You may be able to claim deductions for work-related expenses you incurred while performing your job as an employee.
You incur an expense in an income year when:
- you receive a bill or invoice for an expense that you are liable for and must pay (even if you don’t pay it until after the end of the income year), or
- you do not receive a bill or invoice but you are charged and you pay for the expense.
If your expense includes an amount of goods and services tax (GST), the GST is part of the total expense and is therefore part of any deduction. For example, if you incurred union fees of $440 which included $40 GST, you claim a deduction for $440.
The expense must not be private or domestic in nature. For example, the costs of normal travel to and from work, and buying lunch each day are private expenses. If you incurred an expense that was both work-related and private or domestic in nature, you can claim a deduction only for the work-related portion of the expense.
You cannot claim a deduction for an expense if:
- someone else paid the expense, or you were, or will be reimbursed for the expense, and
- the payment or reimbursement is a fringe benefit (including an exempt benefit).
If you were partially reimbursed for the expense, you can only claim the part that was not reimbursed.
If an allowance you received is shown on your tax return (in your payment summary details), you may be able to claim a deduction for your expenses covered by the allowance. The expenses must be incurred in producing your employment income, and must meet the basic rules discussed above. For example, if you received a tools allowance of $500 and your tool expenses were $300, the whole amount of the allowance is included with your payment summary details on your tax return and you claim a deduction of $300 at 'Other work related expenses'.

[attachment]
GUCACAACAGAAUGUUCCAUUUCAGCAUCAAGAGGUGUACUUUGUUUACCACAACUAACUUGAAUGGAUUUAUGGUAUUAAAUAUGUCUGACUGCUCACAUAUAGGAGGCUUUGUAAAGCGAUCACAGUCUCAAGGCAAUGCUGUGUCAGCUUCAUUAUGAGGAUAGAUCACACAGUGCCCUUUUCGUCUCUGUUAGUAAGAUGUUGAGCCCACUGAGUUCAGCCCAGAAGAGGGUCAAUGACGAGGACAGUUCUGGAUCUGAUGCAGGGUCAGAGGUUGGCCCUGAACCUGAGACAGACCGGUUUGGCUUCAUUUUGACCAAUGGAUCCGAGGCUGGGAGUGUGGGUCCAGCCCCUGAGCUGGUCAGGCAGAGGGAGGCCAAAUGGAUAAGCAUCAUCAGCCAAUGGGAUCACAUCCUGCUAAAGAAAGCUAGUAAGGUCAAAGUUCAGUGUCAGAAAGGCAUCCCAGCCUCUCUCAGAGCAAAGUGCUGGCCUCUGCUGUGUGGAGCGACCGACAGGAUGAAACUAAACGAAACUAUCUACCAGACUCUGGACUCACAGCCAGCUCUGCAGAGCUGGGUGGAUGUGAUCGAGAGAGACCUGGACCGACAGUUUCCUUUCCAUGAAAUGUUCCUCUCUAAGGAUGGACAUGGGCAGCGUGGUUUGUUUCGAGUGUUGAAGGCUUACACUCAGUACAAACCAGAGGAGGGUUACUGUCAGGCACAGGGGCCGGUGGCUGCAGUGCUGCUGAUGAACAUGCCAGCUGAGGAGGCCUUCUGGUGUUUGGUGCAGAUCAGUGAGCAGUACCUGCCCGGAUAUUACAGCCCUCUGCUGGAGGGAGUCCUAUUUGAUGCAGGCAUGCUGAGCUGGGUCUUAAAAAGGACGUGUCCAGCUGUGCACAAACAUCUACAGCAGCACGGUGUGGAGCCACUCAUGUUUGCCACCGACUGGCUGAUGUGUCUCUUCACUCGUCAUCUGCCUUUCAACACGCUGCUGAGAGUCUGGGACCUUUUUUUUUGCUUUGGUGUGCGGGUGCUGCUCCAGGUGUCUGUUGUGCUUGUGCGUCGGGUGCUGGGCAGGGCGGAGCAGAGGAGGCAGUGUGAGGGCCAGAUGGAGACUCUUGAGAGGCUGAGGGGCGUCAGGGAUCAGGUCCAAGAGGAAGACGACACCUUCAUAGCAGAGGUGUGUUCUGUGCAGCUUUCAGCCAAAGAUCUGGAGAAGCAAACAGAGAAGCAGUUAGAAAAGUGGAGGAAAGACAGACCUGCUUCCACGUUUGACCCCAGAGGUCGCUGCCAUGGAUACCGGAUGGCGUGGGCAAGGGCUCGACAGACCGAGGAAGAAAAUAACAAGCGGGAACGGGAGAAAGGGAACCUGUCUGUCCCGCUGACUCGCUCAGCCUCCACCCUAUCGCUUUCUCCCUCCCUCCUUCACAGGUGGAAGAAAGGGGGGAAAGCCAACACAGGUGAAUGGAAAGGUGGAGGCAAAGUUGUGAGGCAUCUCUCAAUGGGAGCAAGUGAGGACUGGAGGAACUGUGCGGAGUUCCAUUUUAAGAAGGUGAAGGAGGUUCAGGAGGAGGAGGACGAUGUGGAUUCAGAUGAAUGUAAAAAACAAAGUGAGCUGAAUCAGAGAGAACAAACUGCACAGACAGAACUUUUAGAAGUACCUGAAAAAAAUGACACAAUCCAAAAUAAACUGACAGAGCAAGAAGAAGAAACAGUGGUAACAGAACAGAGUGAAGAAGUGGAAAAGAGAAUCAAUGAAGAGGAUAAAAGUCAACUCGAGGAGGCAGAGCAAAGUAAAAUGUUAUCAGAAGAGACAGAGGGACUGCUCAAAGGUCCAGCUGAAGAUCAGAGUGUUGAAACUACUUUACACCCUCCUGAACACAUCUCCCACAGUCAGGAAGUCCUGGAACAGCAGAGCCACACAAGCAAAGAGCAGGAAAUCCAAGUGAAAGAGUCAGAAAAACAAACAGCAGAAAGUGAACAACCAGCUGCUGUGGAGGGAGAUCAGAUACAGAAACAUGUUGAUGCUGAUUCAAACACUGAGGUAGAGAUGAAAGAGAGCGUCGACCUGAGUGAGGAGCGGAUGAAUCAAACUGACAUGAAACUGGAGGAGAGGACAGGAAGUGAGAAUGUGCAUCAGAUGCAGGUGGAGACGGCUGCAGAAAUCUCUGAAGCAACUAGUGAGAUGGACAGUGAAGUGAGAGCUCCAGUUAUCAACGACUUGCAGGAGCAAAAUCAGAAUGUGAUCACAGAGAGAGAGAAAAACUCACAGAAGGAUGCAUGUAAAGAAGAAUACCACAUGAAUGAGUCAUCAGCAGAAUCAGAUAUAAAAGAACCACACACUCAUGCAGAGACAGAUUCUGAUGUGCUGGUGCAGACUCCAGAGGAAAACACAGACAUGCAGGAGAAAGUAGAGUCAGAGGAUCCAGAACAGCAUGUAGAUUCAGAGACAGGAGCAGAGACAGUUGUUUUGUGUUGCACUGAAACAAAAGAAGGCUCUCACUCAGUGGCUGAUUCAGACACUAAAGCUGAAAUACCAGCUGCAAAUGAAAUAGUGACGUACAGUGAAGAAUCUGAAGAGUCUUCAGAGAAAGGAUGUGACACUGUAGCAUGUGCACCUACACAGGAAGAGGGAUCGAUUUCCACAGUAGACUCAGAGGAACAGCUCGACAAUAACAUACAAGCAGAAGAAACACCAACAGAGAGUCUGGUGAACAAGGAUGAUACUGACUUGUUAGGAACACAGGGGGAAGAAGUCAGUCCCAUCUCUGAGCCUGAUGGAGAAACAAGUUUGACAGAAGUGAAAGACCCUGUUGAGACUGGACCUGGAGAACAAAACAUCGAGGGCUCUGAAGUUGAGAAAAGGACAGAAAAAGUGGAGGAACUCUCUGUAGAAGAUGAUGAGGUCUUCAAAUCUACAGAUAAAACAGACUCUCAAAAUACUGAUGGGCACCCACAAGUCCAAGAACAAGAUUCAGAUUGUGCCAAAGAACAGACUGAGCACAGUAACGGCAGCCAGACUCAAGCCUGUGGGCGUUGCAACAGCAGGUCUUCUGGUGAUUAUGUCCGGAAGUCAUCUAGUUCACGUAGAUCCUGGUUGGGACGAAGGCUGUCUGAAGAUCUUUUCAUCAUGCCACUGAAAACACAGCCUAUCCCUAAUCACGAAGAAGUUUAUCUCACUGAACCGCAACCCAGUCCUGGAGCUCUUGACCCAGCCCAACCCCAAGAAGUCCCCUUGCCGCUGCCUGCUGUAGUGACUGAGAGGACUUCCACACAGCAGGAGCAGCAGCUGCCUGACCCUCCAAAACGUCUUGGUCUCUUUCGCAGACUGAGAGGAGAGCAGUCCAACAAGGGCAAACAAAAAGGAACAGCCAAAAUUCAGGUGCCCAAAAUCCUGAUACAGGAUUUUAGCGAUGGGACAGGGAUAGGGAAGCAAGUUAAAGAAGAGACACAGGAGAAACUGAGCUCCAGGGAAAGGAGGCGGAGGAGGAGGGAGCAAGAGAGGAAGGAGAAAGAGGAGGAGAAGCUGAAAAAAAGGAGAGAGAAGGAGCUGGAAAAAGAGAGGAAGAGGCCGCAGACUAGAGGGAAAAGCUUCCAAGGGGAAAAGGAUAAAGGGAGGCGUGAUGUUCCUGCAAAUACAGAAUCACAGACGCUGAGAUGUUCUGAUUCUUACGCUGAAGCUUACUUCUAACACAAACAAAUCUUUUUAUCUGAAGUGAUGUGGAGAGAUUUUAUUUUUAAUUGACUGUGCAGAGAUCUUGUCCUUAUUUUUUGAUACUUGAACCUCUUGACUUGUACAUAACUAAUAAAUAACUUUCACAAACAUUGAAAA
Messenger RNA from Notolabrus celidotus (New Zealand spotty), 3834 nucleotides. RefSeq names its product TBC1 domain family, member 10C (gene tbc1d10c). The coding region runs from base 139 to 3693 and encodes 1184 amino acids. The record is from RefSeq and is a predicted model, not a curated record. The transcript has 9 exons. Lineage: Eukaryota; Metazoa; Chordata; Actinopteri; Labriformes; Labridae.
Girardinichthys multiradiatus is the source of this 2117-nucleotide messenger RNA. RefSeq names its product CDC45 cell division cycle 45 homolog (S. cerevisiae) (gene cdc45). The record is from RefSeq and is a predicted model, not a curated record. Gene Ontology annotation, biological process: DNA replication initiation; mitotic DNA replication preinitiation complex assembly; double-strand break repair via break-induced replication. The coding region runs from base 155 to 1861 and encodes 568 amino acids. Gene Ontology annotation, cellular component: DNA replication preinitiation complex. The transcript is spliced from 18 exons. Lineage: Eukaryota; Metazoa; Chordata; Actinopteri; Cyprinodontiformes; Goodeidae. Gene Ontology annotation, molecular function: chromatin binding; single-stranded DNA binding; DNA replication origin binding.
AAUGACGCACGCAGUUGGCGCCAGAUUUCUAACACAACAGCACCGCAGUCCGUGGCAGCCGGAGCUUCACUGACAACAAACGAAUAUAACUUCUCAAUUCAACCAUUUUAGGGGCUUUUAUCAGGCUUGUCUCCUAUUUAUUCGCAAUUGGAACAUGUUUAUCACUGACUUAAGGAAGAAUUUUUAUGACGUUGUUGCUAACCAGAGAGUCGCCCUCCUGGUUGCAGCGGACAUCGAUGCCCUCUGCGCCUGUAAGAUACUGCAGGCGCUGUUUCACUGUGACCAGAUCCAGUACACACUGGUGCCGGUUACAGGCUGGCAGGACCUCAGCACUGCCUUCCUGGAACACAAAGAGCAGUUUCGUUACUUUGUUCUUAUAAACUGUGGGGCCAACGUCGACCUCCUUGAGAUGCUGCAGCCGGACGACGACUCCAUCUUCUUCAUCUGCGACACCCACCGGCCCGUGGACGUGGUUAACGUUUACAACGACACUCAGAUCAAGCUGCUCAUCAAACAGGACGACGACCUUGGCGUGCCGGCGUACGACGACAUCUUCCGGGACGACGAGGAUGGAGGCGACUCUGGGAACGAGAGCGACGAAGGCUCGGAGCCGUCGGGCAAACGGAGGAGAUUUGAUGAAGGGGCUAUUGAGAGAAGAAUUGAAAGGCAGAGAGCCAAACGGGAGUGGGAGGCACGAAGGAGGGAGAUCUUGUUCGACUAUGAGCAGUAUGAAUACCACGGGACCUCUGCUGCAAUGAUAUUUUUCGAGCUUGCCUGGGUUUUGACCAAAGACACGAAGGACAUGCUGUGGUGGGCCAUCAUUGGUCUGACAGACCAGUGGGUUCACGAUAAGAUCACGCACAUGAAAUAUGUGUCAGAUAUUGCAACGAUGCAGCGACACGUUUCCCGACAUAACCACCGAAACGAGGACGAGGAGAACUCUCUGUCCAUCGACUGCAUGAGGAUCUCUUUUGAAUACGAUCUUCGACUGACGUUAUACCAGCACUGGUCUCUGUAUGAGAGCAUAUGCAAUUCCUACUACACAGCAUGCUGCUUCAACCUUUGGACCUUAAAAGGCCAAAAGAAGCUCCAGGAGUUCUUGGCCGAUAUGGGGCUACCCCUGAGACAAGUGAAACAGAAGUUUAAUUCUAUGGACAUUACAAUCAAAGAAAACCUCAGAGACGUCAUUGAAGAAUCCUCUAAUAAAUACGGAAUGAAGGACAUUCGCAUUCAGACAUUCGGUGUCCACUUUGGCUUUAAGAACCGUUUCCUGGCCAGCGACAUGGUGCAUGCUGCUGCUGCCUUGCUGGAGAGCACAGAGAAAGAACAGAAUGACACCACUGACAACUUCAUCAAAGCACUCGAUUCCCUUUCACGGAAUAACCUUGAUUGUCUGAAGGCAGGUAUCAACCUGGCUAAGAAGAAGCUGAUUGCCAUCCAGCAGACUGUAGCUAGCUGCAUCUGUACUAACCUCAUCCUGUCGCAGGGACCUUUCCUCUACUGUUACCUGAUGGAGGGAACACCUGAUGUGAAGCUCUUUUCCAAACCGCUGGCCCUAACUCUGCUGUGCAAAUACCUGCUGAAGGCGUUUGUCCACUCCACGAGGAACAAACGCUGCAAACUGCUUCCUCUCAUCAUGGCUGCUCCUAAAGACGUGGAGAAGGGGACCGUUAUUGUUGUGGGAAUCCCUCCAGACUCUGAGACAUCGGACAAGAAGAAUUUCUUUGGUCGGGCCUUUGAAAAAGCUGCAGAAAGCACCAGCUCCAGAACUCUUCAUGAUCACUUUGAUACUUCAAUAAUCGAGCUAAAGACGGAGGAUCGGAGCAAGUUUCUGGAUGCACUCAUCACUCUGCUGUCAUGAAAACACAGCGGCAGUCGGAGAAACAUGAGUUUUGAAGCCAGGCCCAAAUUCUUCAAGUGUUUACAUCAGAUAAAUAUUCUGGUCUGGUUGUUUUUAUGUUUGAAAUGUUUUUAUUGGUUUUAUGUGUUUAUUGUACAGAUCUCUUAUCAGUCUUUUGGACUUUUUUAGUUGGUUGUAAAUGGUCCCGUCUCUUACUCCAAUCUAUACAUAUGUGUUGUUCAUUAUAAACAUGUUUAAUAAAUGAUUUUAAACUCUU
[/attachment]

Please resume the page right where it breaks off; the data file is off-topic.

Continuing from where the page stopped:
Decline in value of a depreciating asset
You may be able to claim a deduction for the decline in value of a depreciating asset you held during the 2013–14 year if you used it to produce income that you show on your tax return.
Depreciating assets include items such as tools, reference books, computers and office furniture.
You may be able to claim an immediate deduction for the full cost of depreciating assets costing $300 or less. You can use the decline in value calculator to work out your deduction if the cost is not fully deductible.
If you have prepaid an amount for a service costing $1,000 or more, and the service extends for a period of more than 12 months or beyond 30 June 2015 (such as a subscription to a journal relating to your profession), you can claim only the portion that relates to the 2013–14 income year. You can also claim the proportion of your pre-paid expenses from a previous year that relate to the 2013-14 income year. For more information, see Deductions for prepaid expenses 2013-14 (NAT 4170).
Record keeping for work-related expenses
You must be able to substantiate your claims for deductions with written evidence if the total amount of deductions you are claiming is greater than $300. The $300 does not include car and meal allowance, award transport payments allowance and travel allowance expenses. The records you keep must prove the total amount, not just the amount over $300.
If the total amount you are claiming is $300 or less, you need to be able to show how you worked out your claims, but you do not need written evidence.